If you’ve not heard of a Kokedama plant, it’s a ball of soil covered in moss, in which you can grow a plant. Kokedama means moss ball in Japenese and it’s a form of bonsai.
I discovered these recently and had to give this a try for myself. It’s a great little project if you’re missing your garden time during these winter months!
I did this in two different ways. First, I’ll show you the traditional way of making these yourself. Then I’ll show you a shortcut to getting one done quickly.
Supplies for KokeDama Plants
- Sphagnum Peat Moss
- Long Fibered Sphagnum Moss
- Sheet Moss
- Bonsai Soil (optional)
- Fishing Line (for hanging)
- Small Plants (such as ferns)
Preparing the soils
First, take a bunch of your long-fibered sphagnum moss and soak it in a bowl of water. Put this aside while you prepare the soil ball.
For the soil ball, I read about several different ways to prepare it, which got confusing because there were many different soils suggested. So I tried a few. This is what worked well for me.
I mixed sphagnum peat moss with bonsai moss. After trying a few different ratios I realized the sphagnum moss held together well with a good amount of water. The bonsai moss doesn’t really hold together at all. The purpose of the bonsai is to help the plant retain moisture.
For that reason, I’m not sure the bonsai soil is totally necessary. But I did add some to my mix.
I didn’t measure the amount of water I used, but I added enough to make it a solid mud ball that held together. This part I enjoyed, I like getting my hands dirty. However, it is messy and would be best done outside.
I used very small fern plants for my kokedama plant. After your soil ball is formed, you can crack it in half. Remove excess dirt from around the roots of your fern and place the fern between the two halves.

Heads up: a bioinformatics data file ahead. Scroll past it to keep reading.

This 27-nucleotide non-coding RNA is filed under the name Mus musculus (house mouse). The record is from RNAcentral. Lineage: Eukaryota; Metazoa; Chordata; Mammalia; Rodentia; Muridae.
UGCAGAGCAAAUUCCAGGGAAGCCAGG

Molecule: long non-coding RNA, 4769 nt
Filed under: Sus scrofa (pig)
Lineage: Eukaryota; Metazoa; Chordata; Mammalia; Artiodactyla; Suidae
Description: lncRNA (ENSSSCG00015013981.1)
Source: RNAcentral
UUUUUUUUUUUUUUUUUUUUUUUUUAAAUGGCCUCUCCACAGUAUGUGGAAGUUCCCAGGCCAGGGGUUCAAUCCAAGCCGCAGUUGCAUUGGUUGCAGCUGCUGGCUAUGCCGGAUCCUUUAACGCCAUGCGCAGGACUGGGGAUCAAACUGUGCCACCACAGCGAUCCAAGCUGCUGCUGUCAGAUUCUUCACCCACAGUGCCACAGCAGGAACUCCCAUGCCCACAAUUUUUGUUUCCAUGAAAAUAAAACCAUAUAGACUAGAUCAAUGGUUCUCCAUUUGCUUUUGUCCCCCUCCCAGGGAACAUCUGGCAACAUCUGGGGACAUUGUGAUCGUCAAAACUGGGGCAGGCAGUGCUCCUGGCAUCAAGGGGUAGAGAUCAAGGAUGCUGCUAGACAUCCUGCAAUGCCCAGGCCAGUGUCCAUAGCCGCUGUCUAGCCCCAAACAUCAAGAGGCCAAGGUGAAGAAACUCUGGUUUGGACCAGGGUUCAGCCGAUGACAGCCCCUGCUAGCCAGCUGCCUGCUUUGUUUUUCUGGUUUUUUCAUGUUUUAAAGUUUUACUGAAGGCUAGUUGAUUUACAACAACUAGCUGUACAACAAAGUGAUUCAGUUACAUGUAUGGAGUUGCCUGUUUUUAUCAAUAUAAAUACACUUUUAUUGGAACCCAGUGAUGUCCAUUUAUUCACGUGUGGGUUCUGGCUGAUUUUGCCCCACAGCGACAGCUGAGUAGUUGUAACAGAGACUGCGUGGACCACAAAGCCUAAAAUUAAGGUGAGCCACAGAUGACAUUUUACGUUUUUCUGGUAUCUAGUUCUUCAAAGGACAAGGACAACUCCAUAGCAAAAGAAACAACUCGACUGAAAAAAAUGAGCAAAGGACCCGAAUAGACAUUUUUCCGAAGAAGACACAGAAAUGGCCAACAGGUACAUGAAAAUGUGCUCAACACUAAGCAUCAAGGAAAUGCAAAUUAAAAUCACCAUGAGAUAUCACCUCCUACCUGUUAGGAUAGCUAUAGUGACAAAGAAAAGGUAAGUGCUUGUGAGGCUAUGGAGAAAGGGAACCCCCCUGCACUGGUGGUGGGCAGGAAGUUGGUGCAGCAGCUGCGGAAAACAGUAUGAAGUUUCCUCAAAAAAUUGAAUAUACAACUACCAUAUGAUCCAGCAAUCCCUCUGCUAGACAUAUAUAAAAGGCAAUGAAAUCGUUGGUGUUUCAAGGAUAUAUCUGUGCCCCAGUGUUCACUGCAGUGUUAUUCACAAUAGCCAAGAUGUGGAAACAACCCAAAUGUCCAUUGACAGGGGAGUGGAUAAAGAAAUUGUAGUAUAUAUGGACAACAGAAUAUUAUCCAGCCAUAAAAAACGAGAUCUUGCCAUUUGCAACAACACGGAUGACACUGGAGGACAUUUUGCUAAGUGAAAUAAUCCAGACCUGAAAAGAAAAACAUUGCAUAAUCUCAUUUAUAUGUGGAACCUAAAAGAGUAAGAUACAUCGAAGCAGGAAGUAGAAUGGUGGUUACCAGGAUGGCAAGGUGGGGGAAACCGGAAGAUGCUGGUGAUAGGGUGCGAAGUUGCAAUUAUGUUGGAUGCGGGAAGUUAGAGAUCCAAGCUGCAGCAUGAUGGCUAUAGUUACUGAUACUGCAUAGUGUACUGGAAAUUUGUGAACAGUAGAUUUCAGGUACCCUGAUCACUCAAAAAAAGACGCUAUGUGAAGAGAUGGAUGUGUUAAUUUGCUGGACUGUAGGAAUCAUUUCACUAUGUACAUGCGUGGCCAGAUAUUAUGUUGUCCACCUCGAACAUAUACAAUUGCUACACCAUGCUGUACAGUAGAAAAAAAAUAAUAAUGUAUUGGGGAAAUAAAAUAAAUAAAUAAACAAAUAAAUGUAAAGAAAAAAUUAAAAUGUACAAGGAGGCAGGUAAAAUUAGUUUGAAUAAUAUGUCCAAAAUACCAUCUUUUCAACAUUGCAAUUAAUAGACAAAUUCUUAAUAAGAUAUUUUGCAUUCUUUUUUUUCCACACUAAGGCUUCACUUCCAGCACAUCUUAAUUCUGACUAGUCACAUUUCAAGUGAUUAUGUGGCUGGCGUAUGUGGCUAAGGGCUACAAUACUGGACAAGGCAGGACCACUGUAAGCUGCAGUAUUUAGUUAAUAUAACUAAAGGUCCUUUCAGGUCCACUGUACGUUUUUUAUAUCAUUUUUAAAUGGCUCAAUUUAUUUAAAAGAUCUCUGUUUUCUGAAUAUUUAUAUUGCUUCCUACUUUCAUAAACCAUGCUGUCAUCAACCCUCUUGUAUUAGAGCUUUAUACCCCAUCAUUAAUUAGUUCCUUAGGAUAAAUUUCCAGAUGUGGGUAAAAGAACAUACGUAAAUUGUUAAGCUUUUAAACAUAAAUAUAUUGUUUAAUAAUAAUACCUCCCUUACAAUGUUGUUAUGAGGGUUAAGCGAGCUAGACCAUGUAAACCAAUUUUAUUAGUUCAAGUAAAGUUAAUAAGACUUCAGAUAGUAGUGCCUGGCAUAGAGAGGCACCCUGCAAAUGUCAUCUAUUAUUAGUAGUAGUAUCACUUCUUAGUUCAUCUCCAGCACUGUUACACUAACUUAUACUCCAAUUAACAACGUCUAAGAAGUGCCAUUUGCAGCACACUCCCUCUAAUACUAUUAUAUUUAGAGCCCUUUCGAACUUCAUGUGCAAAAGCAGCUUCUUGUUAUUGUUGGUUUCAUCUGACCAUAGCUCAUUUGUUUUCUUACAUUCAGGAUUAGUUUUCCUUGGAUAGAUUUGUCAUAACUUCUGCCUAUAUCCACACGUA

Then form it back into a ball. You can add more water if needed to help it stay together.
Next, wring out the long-fibered sphagnum moss that was soaking in water. Wrap that around the outside of your soil ball. (I didn’t take a photo of that step.)
You can stop there if you want, but I don’t love the dried look of the sphagnum moss. For that reason, I also used sheet moss and wrapped that around the outside of my soil ball.
The sheet moss is too thick as is to wrap around the ball, so I pulled it apart and added it in sections. It helps to add more water to make it stick. A spray bottle would be helpful here but I just wet my hands to make it stick.
Lastly, wrap your kokedama plant in twine or fishing line to keep it all together. You can also use string to hang it up.
Kokedama DIY Quick Recap
As I mentioned, there are many different suggestions out there on which soil and what moss to use. It can get confusing!
You could easily make your own kokedama plant using just the sphagnum peat moss for the soil ball and the long-fibered sphagnum moss for the outside. Easy!
Another Easy Kokedama Plant DIY
After I had picked up the supplies to make my own kokedama plant, I discovered pre-formed kokedama moss balls for sale online. (I also noticed these). They were on clearance so I grabbed a few of them to try those out as well.
For these, you simply add your plant to the preformed moss. Super simple!
How To Hang Kokedama
To hang my kokedama plant, I used fishing line. Take a long piece of it and fold it in half so it’s doubled. Next, tie a knot in the loose end.
Then I placed the moss ball on top of the center of the fishing line and pulled each end up, sort of like a sling. Lastly, I tied the top pieces together.
This was the least annoying way I could find to do it, and it was easy enough. They look super cute hanging up.
Isn’t that fun? It’s great garden therapy for these winter months!